We can all feel it – the days are getting longer and warmer, the sky is clear, and afternoons are lazy. Summer is almost here. Whether you love summer or suffer from the heat, everyone needs to be cautious when stepping out into the sun. Most people have experienced sunburns and know how unpleasant they can feel. But when do ordinary sunburn symptoms cross a line? Severe sunburn or sun poisoning should be treated immediately to prevent long term consequences. This is how you can recognize, treat, and prevent sun poisoning.
Symptoms – Sunburn vs. Sun Poisoning
Both sunburn and sun poisoning are caused by overexposure to the sun’s UV rays, no matter how strong or weak they may be. The symptoms of an ordinary sunburn, include pinkness or redness of the skin, the skin feeling warm and sensitive to touch, and later it may start to itch and peel off. Sun poisoning shares those symptoms but in a more severe manner, and it also manifests itself in a flu-like feeling that affects your entire body. Other than the aforementioned symptoms sun poisoning may manifest itself through the following symptoms:
1. Nausea, chills, and fever
3. Feeling dizzy, light-headed, or confused
4. An itchy red rash
5. Pain, tingling, or swelling of the skin
While sunburn is a typical part of sun poisoning, the main difference between the two is that sun poisoning can be a hereditary type of allergy in some people. There are certain pre-existing conditions that can cause your skin to be more sensitive to UV rays, and thus more susceptible to sun poisoning.
Risk Factors for Sun Poisoning
While the sun might improve certain types of eczema, that is not always the case. Overheating may lead to excess perspiration, resulting in an eczema flareup, and sunburn can increase the level of inflammation in the skin, making eczema worse.
When it comes to sun poisoning, some types of eczema can make your skin extremely sensitive and prone to severe sunburns. Some dermatologists consider it an allergic reaction to sunlight.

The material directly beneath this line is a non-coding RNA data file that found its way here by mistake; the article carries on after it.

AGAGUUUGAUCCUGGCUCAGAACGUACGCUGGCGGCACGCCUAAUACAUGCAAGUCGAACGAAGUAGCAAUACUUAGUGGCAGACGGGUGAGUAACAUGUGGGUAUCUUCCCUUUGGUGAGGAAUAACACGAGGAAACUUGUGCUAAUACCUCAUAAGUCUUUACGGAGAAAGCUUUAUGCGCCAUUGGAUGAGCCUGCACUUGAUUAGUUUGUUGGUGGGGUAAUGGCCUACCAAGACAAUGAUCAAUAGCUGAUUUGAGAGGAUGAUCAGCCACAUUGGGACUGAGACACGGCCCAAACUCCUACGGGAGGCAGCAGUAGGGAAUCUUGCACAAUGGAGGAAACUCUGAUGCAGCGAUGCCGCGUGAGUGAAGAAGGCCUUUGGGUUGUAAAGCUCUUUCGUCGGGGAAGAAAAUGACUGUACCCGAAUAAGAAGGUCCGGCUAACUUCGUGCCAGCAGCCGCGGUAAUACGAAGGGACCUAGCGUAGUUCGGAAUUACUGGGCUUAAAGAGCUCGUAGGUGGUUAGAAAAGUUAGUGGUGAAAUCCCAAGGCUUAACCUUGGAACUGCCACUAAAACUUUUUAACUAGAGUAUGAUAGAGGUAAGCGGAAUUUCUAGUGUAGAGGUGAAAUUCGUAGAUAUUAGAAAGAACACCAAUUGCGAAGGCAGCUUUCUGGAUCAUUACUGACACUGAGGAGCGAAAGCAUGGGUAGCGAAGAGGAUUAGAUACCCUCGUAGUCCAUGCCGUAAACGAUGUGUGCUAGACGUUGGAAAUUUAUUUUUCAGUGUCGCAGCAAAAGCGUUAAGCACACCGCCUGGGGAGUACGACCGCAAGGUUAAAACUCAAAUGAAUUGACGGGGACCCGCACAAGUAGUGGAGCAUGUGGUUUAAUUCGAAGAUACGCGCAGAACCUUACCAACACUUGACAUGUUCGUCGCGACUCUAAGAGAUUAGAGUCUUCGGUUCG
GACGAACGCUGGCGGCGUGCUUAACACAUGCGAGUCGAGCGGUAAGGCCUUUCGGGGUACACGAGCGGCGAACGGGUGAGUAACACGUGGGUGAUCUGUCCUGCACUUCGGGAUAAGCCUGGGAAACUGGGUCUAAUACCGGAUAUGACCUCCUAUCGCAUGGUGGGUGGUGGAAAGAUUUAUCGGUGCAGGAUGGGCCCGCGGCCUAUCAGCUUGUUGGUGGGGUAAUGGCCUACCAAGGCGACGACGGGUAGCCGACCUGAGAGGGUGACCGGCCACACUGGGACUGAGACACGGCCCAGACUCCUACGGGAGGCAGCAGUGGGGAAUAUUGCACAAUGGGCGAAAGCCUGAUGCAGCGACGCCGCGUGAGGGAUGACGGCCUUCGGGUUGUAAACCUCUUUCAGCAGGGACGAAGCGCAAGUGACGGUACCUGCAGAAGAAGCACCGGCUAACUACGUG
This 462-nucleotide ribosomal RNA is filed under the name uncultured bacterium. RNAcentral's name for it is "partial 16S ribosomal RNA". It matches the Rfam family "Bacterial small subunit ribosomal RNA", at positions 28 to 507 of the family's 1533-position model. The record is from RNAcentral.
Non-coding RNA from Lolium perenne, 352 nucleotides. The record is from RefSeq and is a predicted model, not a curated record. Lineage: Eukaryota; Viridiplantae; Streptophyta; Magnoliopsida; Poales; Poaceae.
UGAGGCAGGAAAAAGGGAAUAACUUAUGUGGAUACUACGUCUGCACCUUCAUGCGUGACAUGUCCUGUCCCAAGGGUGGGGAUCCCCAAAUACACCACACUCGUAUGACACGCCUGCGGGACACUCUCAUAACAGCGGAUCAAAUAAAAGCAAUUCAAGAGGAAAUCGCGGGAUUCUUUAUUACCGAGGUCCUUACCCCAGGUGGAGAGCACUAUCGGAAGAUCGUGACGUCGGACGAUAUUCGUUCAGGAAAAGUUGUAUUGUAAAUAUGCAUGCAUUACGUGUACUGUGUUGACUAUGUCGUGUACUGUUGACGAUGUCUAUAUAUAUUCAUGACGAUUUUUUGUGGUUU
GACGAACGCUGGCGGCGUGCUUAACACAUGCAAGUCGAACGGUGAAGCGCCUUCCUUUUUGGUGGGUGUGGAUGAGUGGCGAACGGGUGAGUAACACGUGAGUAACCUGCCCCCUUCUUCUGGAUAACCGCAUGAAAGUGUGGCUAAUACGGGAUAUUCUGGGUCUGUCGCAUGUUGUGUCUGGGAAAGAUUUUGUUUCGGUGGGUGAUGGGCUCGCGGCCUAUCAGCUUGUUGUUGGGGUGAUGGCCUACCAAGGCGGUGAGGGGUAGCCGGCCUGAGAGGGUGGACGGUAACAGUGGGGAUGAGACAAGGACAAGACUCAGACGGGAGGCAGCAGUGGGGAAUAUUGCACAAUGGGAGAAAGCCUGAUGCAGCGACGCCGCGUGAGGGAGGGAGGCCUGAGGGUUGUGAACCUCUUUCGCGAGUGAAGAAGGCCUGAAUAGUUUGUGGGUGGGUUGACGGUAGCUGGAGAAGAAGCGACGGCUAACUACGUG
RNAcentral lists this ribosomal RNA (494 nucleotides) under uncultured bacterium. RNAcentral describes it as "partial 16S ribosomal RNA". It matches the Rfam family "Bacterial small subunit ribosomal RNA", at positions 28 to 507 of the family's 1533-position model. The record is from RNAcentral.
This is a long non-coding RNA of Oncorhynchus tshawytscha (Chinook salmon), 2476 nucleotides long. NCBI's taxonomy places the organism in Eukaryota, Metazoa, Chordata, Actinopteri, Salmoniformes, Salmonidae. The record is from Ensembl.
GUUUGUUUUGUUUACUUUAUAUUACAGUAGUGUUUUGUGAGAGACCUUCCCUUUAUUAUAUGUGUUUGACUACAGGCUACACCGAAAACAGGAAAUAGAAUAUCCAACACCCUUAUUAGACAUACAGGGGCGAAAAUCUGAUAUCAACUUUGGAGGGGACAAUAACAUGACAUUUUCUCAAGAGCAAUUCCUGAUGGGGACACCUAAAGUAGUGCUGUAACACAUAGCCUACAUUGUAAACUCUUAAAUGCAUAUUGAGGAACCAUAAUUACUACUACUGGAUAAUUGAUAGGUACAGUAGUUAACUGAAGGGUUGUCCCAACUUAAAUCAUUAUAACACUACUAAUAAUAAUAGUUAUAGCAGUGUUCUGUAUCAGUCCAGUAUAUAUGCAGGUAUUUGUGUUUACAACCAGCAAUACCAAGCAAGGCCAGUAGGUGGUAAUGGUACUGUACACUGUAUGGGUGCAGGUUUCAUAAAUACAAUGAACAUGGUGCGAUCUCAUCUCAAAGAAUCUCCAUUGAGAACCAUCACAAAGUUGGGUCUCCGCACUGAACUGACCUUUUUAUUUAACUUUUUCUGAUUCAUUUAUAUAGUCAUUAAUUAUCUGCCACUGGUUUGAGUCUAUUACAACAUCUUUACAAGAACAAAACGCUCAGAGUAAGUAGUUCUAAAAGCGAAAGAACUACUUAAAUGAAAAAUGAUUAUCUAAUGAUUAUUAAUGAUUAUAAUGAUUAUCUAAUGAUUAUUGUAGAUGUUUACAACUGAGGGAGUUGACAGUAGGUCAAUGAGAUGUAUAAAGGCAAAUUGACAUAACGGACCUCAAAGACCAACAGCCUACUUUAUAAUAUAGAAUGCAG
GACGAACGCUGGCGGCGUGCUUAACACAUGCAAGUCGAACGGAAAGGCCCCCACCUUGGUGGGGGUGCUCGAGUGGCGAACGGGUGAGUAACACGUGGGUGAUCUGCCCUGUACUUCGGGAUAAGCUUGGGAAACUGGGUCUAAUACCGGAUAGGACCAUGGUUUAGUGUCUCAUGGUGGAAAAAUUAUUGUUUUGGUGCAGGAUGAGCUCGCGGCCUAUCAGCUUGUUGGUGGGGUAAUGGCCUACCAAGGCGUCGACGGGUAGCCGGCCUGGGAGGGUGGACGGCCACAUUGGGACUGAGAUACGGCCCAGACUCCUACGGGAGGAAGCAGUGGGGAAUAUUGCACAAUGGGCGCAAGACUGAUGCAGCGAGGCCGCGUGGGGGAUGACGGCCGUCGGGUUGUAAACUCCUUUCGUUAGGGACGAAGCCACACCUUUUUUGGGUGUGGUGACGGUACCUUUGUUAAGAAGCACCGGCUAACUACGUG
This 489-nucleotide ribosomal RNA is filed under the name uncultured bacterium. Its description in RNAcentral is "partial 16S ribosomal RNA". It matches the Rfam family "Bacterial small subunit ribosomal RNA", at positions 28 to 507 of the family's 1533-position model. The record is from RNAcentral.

Lupus is an autoimmune disease that occurs when your body’s immune system attacks your own tissues and organs. Once a healthy person’s skin cells become damaged from exposure to the sun, the immune system clears them away, but when a person is suffering from lupus, the renewal of the cells is significantly slower. When the dead cells linger on, the immune system might mistake them for foreign invaders and trigger inflammatory symptoms such as painful rashes.
Another condition that makes those who live with it overly sensitive to sunlight is rosacea. Rosacea causes red flush or bumps, mainly on your face. Sunlight is known to cause more blood to flow towards the face, dilating the blood vessels, and thus making the redness more intense and rosacea more severe.
4. Certain Medications
Certain medications, like some antibiotics, acne medication, and even ordinary pain killers, might make your skin more sensitive. The reason for that is that some drugs contain compounds which, when activated by UV rays, can damage the cell membranes of skin cells. While research on the matter is being done, it is still not clear what is the cause of that reaction. The types of drugs that might heighten your risk of sun poisoning include:
Over the counter antihistamines, such as Benadryl
Over the counter anti-inflammatories, such as Advil or Aleve
Depression meds such as Elavila and Sinequan
Diuretics, also called water pills
The best cure is prevention – always wear sunscreen when you’re outside, especially if you have any of the above-mentioned conditions or take any medications that increase skin sensitivity. There are cases of mild sun poisoning that can be treated at home following these guidelines:
Moisturize your skin frequently – you may use a light moisturizer but aloe vera gel works best to soothe irritation by forming a seal over the surface of your skin. Some doctors recommend cold compresses. You should, however, be careful and avoid touching an open blister.
Stay hydrated – this will speed the healing process because when your body suffers an extensive sunburn, the outermost layer of your skin dries up and a lot of moisture is lost.
Stay tentative to your body and do seek medical help if:
You have widespread, severe burns with blisters or raw skin.
There are any signs of infection like swelling or pus.
Your symptoms don’t get better after a few days.
You have signs of dehydration, like severe headaches or fainting.